Secret ingredient: You may not know Malt Products’ extract, but if you’re on vegan burger bandwagon, you’ve eaten it

Secret ingredient: You may not know Malt Products’ extract, but if you’re on vegan burger bandwagon, you’ve eaten it

By Brett Johnson roi-nj.com

Plant-based burgers … meatless patties … beef substitutes.

Amy Targan, president of Malt Products Corp., admits herself she doesn’t know what they’re usually referred to as.

But she knows better than anyone what’s in them.

Products such as the Beyond Burger and the Impossible Burger have hit mainstream appeal, and many big food businesses are hastening to introduce their own version of these vegan sandwich patties.

And, whatever they’re called, almost all of them use malted barley extract, which Malt Products manufactures.

“For fake beef, it’s often an ingredient because there’s a browning effect it helps to provide,” Targan said. “Our product is used also to mask any of the off flavors from the pea or soy protein, aside from it making it look more like a burger by giving it a richer color as it cooks.”

Saddle Brook-based Malt Products is one of the many New Jersey companies in the food and beverage manufacturing space, which occupies a share of the state’s manufacturing sector that’s second only to pharmaceuticals.

Amid all that competition, the company is proving there’s no substitute for a successful niche.

Even with a product that few people have heard of, the company is now at the forefront of the so-called “clean labels” movement in the food and beverage sector with its extracts and other natural sweeteners.

“There has been a big move not to use high fructose corn syrup and not to use GMOs, so we have substitutes,” Targan said. “When companies are working to develop a new product in which they want to take out corn syrup, they can use our product.”

The company’s namesake malted barley product is made through a germination process that turns the starches in grains into a sweetener, similarly to how beer is made, but without the fermentation.

“We’ve been doing that since the business was started in (1957) by my father, who still comes to work every day at 92,” Targan said. “Originally, he sold the product to all the local bagel shops, Italian bakers and other small stores.”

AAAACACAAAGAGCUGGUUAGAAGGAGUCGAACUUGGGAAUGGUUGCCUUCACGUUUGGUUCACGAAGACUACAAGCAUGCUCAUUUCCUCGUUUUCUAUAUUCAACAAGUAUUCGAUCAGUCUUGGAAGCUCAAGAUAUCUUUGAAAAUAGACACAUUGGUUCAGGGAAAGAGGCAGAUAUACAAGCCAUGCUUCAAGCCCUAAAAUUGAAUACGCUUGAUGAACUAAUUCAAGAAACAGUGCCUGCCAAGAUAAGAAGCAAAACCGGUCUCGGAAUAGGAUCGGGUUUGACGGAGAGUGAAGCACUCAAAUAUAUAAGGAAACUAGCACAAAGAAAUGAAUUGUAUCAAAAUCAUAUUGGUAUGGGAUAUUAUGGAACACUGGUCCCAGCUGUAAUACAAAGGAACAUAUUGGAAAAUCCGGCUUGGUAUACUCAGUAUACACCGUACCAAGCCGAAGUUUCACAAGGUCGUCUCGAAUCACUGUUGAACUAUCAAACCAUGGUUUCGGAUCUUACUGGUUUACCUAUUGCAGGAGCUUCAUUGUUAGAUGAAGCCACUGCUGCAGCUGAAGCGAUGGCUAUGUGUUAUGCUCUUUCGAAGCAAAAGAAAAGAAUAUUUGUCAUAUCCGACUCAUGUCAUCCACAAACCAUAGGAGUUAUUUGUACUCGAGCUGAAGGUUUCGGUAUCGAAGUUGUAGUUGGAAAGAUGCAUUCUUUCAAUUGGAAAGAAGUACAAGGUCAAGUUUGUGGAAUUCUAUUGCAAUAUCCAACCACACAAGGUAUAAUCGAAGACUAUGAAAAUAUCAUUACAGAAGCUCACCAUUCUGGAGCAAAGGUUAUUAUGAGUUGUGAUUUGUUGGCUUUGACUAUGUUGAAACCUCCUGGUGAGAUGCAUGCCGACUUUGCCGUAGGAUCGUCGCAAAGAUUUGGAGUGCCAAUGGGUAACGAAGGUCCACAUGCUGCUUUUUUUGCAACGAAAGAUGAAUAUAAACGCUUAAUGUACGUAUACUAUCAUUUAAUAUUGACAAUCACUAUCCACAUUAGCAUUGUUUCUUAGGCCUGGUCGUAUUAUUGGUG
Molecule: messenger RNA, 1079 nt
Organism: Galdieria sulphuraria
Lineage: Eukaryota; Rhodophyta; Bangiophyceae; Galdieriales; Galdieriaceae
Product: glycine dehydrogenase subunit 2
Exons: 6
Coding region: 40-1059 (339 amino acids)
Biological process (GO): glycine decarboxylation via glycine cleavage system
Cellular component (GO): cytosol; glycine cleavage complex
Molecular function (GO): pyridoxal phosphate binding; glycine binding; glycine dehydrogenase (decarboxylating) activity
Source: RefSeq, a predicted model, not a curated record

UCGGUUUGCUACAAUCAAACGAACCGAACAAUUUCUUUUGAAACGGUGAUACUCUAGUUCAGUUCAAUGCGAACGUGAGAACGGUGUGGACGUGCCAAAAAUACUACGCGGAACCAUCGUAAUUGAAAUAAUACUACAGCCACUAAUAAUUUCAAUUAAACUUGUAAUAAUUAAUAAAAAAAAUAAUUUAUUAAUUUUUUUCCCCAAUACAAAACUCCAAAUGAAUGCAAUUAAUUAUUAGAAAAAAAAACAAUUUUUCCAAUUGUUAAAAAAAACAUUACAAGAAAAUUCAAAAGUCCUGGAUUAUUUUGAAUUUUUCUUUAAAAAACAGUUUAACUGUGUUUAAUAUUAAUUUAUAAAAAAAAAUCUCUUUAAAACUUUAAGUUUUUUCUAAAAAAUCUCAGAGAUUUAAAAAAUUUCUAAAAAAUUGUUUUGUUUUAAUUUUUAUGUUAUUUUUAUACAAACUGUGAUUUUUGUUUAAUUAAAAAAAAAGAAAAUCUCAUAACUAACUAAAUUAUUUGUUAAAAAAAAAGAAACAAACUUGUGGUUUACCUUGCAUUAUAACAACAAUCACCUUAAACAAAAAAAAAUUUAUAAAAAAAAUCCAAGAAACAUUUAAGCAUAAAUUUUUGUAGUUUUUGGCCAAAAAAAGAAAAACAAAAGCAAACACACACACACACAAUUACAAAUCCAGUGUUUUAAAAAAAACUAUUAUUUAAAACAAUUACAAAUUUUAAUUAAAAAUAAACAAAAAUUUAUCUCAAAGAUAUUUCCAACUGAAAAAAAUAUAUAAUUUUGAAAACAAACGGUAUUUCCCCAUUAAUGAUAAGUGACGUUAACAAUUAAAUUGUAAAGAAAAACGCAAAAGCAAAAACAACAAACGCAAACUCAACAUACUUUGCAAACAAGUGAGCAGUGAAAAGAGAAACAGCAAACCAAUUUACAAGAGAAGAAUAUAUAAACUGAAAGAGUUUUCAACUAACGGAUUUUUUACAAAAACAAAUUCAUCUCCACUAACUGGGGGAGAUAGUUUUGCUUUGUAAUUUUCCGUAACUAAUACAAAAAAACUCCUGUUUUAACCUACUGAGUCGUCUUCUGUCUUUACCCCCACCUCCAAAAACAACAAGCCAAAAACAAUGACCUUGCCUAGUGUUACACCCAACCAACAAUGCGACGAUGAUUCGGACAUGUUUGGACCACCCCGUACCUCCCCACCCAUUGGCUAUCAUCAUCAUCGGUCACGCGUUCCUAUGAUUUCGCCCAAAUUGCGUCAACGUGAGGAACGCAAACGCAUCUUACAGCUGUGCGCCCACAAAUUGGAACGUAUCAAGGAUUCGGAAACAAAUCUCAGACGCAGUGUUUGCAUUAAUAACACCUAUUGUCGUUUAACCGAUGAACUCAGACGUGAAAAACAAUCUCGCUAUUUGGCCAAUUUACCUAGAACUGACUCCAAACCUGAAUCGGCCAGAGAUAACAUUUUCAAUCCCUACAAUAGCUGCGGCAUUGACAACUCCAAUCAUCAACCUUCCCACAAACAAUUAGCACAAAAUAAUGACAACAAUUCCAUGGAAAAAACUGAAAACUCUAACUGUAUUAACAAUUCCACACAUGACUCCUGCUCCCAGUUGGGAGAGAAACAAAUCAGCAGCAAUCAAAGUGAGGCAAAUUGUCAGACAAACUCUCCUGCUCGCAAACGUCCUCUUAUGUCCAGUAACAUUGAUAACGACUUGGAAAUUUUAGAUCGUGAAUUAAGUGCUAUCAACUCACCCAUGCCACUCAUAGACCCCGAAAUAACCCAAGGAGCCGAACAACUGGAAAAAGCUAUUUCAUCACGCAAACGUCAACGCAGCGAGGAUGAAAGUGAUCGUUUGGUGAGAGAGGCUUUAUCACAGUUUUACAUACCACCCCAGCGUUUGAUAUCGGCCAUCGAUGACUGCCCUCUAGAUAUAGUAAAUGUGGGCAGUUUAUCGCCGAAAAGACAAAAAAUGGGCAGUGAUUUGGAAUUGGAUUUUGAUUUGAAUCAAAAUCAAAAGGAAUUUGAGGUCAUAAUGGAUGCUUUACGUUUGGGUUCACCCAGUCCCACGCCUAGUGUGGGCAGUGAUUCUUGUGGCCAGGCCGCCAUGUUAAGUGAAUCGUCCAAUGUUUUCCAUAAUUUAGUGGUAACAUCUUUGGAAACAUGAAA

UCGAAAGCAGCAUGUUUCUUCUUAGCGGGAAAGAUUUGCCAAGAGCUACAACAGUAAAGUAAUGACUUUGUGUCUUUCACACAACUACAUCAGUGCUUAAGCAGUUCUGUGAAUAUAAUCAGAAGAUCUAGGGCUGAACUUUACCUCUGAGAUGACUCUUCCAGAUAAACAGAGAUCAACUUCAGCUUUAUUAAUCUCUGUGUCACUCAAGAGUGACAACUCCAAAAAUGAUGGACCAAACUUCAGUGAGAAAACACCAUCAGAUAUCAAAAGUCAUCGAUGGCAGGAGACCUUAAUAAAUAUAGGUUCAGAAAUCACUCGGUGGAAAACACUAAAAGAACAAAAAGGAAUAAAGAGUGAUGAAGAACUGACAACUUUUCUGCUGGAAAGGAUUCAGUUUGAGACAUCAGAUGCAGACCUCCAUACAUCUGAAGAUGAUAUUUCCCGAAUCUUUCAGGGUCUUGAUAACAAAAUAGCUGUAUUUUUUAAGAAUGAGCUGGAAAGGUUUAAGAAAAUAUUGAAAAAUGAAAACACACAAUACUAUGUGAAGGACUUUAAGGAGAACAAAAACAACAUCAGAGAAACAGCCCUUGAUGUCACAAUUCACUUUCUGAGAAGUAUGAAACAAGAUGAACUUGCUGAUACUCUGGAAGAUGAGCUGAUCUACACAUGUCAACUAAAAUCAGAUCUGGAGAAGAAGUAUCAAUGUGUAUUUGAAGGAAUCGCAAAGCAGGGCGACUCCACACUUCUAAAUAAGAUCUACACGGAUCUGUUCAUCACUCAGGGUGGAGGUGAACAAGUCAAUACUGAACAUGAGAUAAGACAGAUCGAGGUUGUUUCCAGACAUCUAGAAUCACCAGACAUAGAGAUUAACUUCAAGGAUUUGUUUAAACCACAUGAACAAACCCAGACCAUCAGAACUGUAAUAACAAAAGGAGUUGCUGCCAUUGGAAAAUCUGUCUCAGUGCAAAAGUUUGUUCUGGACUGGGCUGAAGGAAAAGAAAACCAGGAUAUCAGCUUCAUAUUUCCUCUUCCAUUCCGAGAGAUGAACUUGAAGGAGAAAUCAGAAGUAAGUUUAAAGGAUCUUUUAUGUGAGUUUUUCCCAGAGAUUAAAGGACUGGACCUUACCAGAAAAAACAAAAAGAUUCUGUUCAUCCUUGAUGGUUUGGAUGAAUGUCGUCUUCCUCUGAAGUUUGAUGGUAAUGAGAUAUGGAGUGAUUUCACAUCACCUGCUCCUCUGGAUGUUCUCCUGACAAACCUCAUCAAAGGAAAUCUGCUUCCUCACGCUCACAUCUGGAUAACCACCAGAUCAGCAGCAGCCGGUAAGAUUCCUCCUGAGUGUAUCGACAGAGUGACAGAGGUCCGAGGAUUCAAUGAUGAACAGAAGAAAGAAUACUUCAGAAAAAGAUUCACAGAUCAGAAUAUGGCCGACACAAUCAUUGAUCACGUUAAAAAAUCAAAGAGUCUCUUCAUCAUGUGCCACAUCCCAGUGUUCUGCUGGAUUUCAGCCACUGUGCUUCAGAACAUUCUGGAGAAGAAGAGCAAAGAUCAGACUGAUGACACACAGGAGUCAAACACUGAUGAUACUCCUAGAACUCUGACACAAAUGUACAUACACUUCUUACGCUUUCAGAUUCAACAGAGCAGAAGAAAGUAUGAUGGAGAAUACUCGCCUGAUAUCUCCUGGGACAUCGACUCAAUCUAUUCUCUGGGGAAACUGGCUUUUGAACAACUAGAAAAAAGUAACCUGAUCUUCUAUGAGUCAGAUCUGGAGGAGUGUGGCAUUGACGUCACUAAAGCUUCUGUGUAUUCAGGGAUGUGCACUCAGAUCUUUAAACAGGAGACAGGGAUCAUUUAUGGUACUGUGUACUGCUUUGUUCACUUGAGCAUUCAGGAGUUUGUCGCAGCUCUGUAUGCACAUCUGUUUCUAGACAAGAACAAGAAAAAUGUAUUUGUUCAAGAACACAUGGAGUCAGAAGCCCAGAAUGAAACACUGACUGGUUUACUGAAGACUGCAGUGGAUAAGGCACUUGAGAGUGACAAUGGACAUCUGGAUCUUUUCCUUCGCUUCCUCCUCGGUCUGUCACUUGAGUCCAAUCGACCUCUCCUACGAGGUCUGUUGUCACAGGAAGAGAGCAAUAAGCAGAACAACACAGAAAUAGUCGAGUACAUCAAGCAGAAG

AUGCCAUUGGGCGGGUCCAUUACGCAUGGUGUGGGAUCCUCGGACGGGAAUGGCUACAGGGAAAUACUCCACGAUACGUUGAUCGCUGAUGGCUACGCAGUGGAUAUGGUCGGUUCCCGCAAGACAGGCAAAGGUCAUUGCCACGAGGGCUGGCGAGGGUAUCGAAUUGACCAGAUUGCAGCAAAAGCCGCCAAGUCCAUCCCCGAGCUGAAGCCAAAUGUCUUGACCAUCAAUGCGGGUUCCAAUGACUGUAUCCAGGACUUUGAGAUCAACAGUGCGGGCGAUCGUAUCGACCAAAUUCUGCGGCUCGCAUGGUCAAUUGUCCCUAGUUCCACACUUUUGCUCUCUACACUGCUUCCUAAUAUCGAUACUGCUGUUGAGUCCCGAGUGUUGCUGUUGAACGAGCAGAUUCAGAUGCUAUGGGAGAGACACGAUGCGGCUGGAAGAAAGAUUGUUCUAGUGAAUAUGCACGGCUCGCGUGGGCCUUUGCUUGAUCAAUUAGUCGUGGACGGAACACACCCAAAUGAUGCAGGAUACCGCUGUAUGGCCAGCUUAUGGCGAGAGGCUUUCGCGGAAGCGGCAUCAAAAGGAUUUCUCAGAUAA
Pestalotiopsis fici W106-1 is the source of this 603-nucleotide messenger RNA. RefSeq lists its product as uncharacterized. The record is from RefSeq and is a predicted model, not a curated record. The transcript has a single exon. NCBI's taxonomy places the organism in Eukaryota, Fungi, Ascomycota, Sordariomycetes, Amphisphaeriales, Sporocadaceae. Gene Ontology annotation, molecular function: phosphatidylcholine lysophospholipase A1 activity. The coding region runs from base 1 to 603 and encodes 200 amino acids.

Today, the company sells its ingredients globally. There’s a surge of demand for it in a wide range of food and beverage products — everything from organic ice cream to the now-popular fermented drink kombucha. One of its fastest-growing segments is an extract that’s being used in oat milk.

When the company started to scale up its production, it outgrew its original New Jersey manufacturing facility. The company kept its main hub in Saddle Brook, but Targan said much of its production has been moved from Maywood to Dayton, Ohio.

“Besides it becoming difficult to expand in Maywood as the area become more residential, we were also moving to be closer to the grain in Ohio,” Targan said. “With development taking away farmland, grain stopped being on the East Coast and moved farther west.”

The manufacturer still supplies a number of New Jersey food and beverage companies with its ingredients, and Targan said most the company’s executives remain in the Garden State. The manufacturer has about 200 employees total, with around 30 high-ranked staff in New Jersey.

Even if the company manufactures ingredients that don’t always have name recognition, their uses are broad enough that they have some sizable competitors.

“But, I think what sets us apart is that we’re very flexible,” Targan said. “It doesn’t take us long to notice a trend and move toward it. I think that versatility means we’ll always do well.”